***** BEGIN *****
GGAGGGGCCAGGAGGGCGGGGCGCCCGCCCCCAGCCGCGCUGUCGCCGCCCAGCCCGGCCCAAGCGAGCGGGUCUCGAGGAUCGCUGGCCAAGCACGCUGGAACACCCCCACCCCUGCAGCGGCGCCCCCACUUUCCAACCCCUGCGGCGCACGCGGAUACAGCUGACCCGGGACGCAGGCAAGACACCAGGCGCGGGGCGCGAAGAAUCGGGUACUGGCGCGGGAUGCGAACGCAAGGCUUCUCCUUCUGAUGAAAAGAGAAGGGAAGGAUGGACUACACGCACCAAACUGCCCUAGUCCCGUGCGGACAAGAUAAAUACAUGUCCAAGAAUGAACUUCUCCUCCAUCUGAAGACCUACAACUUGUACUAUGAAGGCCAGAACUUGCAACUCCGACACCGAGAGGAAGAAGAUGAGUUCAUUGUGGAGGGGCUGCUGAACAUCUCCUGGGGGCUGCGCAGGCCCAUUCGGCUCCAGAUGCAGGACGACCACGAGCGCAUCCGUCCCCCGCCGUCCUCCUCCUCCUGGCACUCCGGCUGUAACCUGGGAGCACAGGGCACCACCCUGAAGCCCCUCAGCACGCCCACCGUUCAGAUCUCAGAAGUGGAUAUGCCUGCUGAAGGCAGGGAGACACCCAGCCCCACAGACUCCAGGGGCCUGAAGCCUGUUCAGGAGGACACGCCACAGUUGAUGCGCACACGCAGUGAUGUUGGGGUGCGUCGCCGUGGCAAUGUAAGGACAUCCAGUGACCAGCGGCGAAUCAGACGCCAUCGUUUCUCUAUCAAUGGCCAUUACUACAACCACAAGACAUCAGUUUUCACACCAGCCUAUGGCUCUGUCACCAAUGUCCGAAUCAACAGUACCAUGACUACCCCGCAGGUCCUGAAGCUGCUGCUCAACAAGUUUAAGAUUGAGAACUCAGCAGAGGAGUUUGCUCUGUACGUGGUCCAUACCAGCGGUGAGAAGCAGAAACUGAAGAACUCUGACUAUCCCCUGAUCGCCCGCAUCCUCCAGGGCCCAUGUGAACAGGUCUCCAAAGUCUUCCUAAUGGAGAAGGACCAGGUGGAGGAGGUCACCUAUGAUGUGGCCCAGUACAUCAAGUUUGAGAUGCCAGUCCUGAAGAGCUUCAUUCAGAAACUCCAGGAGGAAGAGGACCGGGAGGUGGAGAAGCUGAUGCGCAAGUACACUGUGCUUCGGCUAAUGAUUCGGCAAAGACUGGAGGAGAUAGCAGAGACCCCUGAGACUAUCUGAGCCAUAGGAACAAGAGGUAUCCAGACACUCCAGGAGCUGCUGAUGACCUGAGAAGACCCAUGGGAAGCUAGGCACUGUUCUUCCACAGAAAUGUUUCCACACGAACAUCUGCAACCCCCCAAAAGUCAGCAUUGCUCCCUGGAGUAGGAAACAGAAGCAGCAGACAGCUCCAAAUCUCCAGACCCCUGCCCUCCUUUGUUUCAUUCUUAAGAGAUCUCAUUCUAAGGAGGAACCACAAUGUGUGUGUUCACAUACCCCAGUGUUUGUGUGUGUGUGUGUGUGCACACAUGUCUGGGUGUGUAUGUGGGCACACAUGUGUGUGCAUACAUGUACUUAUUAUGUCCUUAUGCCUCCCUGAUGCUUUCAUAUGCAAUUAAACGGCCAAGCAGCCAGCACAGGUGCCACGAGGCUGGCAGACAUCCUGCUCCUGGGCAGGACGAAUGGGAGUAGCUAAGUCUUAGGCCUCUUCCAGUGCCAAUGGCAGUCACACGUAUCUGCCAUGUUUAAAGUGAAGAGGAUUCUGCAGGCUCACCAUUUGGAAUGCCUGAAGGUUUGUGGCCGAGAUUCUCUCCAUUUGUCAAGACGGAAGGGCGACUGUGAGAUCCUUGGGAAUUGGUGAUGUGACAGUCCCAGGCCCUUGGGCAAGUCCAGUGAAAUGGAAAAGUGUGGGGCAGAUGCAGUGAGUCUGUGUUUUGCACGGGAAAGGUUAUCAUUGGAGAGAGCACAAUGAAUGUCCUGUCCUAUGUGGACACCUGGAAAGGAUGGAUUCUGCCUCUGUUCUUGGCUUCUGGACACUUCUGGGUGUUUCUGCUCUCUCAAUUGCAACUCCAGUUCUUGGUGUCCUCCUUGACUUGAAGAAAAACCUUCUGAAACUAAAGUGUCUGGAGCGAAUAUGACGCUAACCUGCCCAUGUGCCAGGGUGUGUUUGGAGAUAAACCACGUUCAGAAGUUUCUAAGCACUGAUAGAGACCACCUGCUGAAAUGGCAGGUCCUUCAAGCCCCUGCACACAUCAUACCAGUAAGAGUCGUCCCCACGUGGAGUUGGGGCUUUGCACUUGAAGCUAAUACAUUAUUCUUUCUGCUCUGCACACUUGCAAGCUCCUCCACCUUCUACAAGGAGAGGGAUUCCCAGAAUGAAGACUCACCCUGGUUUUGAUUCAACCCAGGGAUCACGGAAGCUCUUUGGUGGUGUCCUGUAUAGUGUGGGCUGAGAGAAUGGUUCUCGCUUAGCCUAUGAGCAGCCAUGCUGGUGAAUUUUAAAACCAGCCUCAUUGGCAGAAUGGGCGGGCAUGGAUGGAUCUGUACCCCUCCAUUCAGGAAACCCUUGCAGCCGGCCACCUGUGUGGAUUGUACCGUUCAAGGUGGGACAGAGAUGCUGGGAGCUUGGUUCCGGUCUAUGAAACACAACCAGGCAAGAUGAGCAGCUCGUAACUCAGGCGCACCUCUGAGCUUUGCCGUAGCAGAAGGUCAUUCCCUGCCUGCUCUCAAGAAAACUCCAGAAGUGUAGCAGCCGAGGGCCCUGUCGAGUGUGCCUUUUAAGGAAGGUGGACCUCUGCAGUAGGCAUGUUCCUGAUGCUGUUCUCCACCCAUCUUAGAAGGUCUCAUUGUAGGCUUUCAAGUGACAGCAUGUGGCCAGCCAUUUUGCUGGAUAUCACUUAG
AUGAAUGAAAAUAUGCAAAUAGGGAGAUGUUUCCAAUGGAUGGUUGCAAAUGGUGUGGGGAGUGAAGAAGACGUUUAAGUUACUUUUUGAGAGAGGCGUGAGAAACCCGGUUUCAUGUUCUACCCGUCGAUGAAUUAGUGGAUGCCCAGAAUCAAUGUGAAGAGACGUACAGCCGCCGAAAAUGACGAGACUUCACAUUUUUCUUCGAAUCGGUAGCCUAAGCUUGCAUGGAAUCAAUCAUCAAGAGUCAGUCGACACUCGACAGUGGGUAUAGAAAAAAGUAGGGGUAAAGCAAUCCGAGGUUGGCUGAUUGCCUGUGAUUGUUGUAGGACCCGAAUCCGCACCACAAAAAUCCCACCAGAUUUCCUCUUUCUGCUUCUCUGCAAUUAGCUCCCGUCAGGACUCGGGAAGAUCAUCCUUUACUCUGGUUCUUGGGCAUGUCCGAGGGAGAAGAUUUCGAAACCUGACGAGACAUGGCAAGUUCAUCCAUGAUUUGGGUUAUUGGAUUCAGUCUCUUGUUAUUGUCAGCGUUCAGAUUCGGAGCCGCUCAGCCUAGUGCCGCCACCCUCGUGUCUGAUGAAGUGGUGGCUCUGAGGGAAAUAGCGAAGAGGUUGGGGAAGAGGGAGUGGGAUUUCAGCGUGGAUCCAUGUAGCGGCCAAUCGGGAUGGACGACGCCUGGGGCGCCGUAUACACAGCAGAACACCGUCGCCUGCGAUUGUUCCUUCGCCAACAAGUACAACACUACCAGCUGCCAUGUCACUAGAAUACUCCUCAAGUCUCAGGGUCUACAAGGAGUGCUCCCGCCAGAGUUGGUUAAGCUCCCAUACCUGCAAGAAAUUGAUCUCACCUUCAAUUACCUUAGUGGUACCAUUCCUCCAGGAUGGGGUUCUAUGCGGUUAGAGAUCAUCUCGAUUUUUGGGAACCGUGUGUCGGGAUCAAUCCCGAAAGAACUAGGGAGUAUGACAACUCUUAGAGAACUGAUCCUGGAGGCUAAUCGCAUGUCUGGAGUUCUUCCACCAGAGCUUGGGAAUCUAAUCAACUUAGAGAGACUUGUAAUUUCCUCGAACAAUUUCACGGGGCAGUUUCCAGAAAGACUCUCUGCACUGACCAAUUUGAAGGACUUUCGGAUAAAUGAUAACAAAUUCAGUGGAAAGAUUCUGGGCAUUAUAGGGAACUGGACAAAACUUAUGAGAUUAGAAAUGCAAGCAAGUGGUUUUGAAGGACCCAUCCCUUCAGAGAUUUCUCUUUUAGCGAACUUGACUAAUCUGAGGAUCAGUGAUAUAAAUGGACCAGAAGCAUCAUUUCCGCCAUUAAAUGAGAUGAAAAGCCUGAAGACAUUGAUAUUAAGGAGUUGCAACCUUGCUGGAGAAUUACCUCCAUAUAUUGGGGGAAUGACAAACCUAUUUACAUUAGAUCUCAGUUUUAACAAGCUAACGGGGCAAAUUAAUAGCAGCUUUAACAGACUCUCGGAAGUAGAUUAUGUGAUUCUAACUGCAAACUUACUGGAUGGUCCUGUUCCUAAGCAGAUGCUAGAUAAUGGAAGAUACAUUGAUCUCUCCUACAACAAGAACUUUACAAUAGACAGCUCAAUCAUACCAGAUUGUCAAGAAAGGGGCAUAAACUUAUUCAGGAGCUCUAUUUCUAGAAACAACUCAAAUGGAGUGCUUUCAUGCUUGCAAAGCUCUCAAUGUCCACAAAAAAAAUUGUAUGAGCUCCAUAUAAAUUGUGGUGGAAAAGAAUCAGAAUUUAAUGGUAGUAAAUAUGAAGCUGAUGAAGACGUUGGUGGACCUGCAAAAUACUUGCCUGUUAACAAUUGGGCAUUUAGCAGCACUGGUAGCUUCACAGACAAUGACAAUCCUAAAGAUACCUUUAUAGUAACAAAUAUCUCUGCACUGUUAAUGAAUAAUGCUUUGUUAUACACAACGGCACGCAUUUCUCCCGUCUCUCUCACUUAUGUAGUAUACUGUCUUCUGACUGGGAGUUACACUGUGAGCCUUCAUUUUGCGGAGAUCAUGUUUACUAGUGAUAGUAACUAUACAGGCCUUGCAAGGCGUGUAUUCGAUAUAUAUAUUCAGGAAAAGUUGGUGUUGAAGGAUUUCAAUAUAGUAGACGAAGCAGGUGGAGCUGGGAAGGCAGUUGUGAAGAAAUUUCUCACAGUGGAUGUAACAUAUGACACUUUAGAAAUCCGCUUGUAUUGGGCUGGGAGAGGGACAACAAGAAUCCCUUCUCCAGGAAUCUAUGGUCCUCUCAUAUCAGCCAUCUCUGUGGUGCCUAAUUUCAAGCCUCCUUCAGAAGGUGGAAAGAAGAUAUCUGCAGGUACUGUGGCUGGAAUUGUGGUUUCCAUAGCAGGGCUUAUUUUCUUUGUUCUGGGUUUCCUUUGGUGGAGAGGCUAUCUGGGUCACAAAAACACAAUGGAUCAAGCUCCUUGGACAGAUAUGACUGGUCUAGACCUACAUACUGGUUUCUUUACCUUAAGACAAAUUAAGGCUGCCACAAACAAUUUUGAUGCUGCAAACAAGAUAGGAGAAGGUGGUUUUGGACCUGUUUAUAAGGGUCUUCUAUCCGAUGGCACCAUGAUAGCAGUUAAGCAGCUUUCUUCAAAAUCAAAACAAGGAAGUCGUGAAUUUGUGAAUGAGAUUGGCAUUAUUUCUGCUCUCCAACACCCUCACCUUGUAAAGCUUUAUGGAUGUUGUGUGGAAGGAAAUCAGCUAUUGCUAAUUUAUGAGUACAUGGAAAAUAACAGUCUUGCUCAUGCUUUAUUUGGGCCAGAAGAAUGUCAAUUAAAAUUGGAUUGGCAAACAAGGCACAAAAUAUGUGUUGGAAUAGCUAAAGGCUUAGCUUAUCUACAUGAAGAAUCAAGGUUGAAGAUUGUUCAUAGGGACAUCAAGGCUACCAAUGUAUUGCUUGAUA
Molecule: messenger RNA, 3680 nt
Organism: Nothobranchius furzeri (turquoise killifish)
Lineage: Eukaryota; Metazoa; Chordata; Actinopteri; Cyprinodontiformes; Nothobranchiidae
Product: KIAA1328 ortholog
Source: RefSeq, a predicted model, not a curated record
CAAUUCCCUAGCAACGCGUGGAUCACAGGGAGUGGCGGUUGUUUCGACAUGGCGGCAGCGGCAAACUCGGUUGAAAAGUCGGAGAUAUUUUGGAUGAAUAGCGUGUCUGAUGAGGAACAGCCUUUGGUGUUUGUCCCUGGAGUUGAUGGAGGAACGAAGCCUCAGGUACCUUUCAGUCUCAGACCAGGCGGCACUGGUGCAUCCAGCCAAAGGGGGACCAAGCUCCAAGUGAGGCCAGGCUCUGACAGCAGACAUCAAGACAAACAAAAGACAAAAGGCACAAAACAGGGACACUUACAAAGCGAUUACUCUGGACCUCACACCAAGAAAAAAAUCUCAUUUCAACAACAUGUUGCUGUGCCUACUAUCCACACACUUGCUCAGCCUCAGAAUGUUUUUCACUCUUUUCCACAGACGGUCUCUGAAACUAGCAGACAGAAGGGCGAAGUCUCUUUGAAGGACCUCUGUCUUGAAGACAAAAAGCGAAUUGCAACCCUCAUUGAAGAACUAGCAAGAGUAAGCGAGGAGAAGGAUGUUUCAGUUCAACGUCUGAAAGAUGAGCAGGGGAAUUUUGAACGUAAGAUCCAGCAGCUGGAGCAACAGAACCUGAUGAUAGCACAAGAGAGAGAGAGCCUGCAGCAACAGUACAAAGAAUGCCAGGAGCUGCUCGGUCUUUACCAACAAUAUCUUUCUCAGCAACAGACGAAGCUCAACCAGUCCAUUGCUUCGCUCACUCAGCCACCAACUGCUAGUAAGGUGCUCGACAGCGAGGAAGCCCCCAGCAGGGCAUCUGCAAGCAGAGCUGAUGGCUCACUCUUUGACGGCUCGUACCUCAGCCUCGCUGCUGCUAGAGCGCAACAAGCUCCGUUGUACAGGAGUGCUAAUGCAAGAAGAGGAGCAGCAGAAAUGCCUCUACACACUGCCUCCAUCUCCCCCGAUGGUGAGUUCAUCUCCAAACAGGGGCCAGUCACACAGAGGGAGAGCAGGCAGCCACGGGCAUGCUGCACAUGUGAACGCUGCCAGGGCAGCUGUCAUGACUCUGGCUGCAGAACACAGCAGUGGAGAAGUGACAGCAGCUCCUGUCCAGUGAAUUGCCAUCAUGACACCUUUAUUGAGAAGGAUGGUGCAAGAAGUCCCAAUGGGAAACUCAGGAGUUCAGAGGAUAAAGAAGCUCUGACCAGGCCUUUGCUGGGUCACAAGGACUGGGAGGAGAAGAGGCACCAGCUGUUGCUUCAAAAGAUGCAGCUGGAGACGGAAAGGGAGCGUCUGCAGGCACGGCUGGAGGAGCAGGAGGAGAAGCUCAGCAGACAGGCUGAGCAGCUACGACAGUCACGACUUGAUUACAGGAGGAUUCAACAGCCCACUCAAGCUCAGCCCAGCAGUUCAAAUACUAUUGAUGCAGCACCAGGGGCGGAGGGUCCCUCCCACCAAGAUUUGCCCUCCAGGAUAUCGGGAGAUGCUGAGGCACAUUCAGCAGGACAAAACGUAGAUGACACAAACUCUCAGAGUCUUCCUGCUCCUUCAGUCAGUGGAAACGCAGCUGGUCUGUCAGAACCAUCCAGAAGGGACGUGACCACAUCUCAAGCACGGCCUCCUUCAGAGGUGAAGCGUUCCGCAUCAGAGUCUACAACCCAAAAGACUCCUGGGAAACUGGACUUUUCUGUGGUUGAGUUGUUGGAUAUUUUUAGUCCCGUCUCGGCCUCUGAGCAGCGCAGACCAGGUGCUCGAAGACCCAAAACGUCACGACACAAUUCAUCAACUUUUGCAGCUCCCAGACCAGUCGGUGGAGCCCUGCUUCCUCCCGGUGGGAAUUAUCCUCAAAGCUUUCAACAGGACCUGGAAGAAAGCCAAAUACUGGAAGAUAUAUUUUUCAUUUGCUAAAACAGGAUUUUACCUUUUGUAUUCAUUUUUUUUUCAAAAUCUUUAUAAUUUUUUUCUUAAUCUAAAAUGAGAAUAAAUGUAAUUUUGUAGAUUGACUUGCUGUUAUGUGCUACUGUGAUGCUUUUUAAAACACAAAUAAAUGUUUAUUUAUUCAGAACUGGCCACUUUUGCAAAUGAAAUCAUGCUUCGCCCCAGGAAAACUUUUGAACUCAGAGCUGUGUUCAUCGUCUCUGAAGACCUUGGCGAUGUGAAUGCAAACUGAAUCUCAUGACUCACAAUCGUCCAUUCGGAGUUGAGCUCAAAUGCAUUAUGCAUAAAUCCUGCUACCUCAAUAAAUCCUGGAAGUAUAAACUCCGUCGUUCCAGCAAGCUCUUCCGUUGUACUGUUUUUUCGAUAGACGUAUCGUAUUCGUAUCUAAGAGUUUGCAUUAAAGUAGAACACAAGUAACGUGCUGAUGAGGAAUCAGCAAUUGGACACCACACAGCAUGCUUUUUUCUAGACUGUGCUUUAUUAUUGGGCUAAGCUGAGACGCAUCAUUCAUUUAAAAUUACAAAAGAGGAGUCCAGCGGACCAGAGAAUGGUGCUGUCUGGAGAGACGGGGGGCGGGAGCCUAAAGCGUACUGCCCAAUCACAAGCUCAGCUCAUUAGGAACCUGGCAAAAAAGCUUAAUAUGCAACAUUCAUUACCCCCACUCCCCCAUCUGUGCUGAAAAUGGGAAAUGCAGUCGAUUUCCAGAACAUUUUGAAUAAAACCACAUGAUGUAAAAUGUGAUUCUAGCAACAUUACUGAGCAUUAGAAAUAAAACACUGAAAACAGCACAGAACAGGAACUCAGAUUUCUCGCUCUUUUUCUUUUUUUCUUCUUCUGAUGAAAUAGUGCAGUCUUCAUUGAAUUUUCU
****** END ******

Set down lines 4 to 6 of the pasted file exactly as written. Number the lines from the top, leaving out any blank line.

Organism: Nothobranchius furzeri (turquoise killifish)
Lineage: Eukaryota; Metazoa; Chordata; Actinopteri; Cyprinodontiformes; Nothobranchiidae
Product: KIAA1328 ortholog